Kampala, Uganda | THE INDEPENDENT | Heads of several departments and colleges at Makerere University are proposing to adopt the pre-entry examination system to determine the competence levels of students pursuing courses at the university.
Dr Vincent Ssembatya, the Director for Quality Assurance at Makerere says that the university management has already received proposals from some schools, colleges, and departments which are still subject to discussion by the university council.
Dr Ssembatya notes that the pre-entry exams are mooted basing on the fact that the university is challenged by the selection of students as the available slots are fewer compared to applicants.
Some of the departments that are aggressively pushing for the proposal include; the department of journalism and communication, college of health sciences, and school of engineering.
Dr William Tayeebwa, the Head of the Department of Journalism and Communication stresses that as a department they are interested in the pre-entry.
Dr Tayeebwa notes that they receive many applications but are only able to admit only 10 percent. He notes that the existing system tends to be favour best performers in the Uganda National Examinations Board-UNEB exams who at times lack several basic aspects.
He argues that the pre-exams could level the ground and give every applicant an opportunity and also ensure that all the admitted students have an interest in the programme they have applied for.
Dr Ssembatya also adds that UNEB’s assessment system is not updated and cannot be used as a basis on who should be admitted in several programmes. He argues that the UNEB’s assessment doesn’t meet the specific competencies required by individual universities for specific programmes.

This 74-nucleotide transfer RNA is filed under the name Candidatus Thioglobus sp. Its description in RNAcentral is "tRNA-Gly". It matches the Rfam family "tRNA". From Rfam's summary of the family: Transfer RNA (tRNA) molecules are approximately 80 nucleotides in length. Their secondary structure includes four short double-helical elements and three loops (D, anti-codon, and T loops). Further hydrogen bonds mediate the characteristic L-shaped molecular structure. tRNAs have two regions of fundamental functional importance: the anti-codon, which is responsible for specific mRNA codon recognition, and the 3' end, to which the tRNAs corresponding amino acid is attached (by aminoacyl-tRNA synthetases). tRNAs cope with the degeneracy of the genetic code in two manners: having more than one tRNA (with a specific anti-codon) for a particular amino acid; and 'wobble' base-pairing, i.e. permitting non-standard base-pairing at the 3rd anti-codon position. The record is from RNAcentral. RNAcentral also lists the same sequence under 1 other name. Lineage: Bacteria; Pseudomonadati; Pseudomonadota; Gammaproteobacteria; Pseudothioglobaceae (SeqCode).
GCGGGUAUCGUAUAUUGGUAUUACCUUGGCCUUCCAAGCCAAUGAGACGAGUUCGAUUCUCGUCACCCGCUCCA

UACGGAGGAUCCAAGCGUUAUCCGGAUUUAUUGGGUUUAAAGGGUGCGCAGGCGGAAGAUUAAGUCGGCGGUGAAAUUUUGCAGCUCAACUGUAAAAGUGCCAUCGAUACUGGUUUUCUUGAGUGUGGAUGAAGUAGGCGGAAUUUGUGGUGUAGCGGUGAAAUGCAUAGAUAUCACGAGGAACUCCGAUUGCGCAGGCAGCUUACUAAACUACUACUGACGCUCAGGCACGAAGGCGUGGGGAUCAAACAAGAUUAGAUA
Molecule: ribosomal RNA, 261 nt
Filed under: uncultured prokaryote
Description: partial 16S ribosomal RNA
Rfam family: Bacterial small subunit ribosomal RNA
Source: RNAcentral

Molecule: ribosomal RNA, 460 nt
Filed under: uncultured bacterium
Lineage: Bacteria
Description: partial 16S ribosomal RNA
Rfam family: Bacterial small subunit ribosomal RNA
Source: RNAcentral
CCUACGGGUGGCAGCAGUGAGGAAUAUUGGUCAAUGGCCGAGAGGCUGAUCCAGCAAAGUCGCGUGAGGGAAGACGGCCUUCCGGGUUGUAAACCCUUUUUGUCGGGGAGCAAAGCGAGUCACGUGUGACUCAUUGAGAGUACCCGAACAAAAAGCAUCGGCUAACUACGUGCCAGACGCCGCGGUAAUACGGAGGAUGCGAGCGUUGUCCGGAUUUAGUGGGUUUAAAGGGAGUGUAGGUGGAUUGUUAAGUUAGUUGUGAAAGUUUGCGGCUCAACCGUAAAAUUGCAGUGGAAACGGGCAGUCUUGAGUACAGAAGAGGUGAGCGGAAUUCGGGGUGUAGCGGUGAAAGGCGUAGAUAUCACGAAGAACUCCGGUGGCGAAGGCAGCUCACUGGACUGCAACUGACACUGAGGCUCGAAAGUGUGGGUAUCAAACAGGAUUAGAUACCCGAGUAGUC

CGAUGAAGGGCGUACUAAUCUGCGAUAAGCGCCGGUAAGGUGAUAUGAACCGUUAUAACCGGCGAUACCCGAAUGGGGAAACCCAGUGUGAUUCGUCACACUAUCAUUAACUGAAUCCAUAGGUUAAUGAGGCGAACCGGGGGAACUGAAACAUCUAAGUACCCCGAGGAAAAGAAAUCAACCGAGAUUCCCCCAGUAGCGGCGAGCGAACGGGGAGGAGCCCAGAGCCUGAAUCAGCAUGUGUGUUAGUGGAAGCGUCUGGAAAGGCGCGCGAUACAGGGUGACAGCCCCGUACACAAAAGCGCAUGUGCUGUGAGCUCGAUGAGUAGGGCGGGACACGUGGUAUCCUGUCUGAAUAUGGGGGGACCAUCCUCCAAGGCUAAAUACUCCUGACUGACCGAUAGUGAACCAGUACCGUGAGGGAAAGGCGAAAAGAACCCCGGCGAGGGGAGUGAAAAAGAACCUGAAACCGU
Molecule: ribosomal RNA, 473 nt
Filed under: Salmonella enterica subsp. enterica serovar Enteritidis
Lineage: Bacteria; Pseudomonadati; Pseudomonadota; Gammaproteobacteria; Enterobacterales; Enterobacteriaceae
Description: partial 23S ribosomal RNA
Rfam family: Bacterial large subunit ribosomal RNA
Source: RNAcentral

He further adds that although pre-entry exams are not common in public universities in Uganda, it is common practice internationally for universities to ensure that the admitted student is fit for the programme.
The pre-entry examinations are no strange at Makerere given the fact that all students who have been admitted for the Bachelors of Law programme have been sitting for the examinations for over the last ten years.
The pre-entry exams cover competence areas including but not limited to reading and comprehension skills, language skills, numerical skills and logic, general knowledge and analytical writing skills.
However, it has been greatly criticized by a section of academicians and policymakers asking its essence given the fact that universities already have cut off points and other admission mechanisms to determine who should join a given programme according to their performance at lower levels of education.
Last year, the parliament committee on education asked the ministry of education to abolish pre-entry exams to law students in various universities, but the Ministry and National Council for Higher Education clarified that the Universities and other Tertiaries Act, give universities a right to determine their admission criteria.